In 2010 a BBC article reported: “HIV has become the leading cause of death and disease among women of reproductive age worldwide”. We are told that “One of the key issues… is that up to 70% of women worldwide have been forced to have unprotected sex. UNAids says such violence against women must not be tolerated.”
UNAIDS Executive Director Michel Sidibe is quoted as saying: “By robbing them of their dignity, we are losing the opportunity to tap half the potential of mankind to achieve the Millennium Development Goals” and “Women and girls are not victims, they are the driving force that brings about social transformation”. So I assume his objection to forced sex is not just related to the risk of HIV.
But when a senior UNAIDS officer resigns after allegations of sexual harassment and assault, Sidibe weighs in with an attack on ‘whistleblowers’ who made the allegations, saying they “lack ethics and morals”. He also praised the accused official as ‘courageous’ for resigning. The official was not charged with any offence.
Even if the accused, Luiz Loures, was innocent, Sidibe seems to be attacking those who try to report instances of violence against women, protecting those who are accused, and turning a blind eye to those who abuse and pillory the ‘whistleblowers’ (who are really just people reporting a serious crime, but in a specific context, the workplace).
Sidibe has accused a former colleague who spoke out against the behavior of Luiz Loures of lying. These victims of Sidibe’s vicious attacks on anyone who dares to criticize UNAIDS are, effectively, accused of biting the hand that feeds them, a typical response of institutionally sexist institutions that have managed to repress criticism of this kind of behavior for decades.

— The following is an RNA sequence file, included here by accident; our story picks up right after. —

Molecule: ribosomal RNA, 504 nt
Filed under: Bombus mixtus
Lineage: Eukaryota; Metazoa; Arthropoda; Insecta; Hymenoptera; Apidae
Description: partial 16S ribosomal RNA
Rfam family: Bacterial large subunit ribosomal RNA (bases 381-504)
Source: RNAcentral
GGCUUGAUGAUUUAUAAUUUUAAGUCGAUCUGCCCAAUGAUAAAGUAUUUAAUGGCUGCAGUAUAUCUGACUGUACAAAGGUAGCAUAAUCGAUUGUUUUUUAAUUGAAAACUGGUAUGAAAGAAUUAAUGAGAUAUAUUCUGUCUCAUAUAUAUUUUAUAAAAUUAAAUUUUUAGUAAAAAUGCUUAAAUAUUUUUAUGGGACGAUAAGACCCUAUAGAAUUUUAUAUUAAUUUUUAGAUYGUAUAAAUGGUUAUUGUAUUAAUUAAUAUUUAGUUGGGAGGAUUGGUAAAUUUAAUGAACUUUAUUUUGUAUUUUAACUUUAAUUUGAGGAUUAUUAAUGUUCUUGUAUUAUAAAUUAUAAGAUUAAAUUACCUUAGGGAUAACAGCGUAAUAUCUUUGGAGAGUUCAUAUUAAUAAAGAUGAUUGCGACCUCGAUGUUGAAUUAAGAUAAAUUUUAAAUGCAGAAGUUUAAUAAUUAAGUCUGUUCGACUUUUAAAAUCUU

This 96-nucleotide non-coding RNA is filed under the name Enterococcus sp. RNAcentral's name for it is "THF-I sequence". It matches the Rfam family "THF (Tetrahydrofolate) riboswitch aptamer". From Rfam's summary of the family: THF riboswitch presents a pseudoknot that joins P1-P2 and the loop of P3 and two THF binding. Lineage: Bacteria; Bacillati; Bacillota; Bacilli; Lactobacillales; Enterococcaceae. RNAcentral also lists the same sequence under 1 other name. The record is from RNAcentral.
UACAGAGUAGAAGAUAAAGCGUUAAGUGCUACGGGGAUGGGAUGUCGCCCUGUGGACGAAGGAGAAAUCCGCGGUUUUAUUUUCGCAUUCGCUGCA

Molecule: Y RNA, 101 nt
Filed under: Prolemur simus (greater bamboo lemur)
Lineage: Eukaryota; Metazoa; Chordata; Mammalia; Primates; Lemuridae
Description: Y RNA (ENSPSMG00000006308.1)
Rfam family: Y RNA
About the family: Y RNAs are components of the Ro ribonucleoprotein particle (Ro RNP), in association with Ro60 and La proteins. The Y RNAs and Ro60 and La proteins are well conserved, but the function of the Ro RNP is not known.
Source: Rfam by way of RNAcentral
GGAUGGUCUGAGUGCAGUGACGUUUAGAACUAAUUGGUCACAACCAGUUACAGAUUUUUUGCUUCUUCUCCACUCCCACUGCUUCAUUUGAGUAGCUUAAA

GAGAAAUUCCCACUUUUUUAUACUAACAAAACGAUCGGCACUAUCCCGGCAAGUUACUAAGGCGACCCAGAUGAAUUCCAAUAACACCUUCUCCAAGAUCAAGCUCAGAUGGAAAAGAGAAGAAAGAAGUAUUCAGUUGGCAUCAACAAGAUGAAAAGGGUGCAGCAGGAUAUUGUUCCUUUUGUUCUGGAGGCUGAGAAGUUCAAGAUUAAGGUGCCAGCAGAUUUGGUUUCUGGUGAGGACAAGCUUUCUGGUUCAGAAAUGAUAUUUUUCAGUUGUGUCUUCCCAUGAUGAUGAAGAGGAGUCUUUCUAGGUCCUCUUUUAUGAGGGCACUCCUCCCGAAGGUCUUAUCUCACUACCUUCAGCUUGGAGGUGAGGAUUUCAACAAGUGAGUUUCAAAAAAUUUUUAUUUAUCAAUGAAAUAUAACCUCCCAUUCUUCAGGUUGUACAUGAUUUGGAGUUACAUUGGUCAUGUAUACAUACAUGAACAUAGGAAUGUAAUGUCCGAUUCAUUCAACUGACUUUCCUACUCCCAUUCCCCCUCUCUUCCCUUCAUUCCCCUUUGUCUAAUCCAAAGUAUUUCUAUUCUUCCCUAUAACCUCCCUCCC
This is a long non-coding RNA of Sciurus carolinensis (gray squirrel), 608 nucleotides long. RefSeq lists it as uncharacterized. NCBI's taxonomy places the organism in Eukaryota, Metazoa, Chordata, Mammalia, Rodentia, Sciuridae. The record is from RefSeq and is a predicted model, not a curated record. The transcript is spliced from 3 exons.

But these matters have gone way past institutional sexism. Sidibe’s intention is clearly to bully and threaten anyone who wants to work for UNAIDS, but would object to being sexually assaulted, and would report it and fight it.
“We know there are people taking their golden handshake from us here and knowing that they have a job and then attacking us. We know all about that. We know every single thing. Time will come for everything. When I hear anything about abuse of our assets, abuse of our things, I ask for investigation. Maybe these investigations are going on.”
UNAIDS has produced a 5 point plan “to prevent and address all forms of harassment for greater accountability and transparency”, the second point of which is: “an open platform will be created for staff to report on harassment, abuse of authority or unethical behaviour within the organization”. But it sounds very much like those who report such things would ‘lack ethics and morals’, in Sidibe’s view.
It seems clear enough that Sidibe is more concerned about protecting UNAIDS funding, the institution itself and the top jobs than about fighting harassment and forced sex. But I don’t think it’s possible to reconcile the seemingly contradictory positions Sidibe is taking. On the one hand he defends women “forced to have unprotected sex”; on the other he attacks those raising concerns about serious sexual misconduct.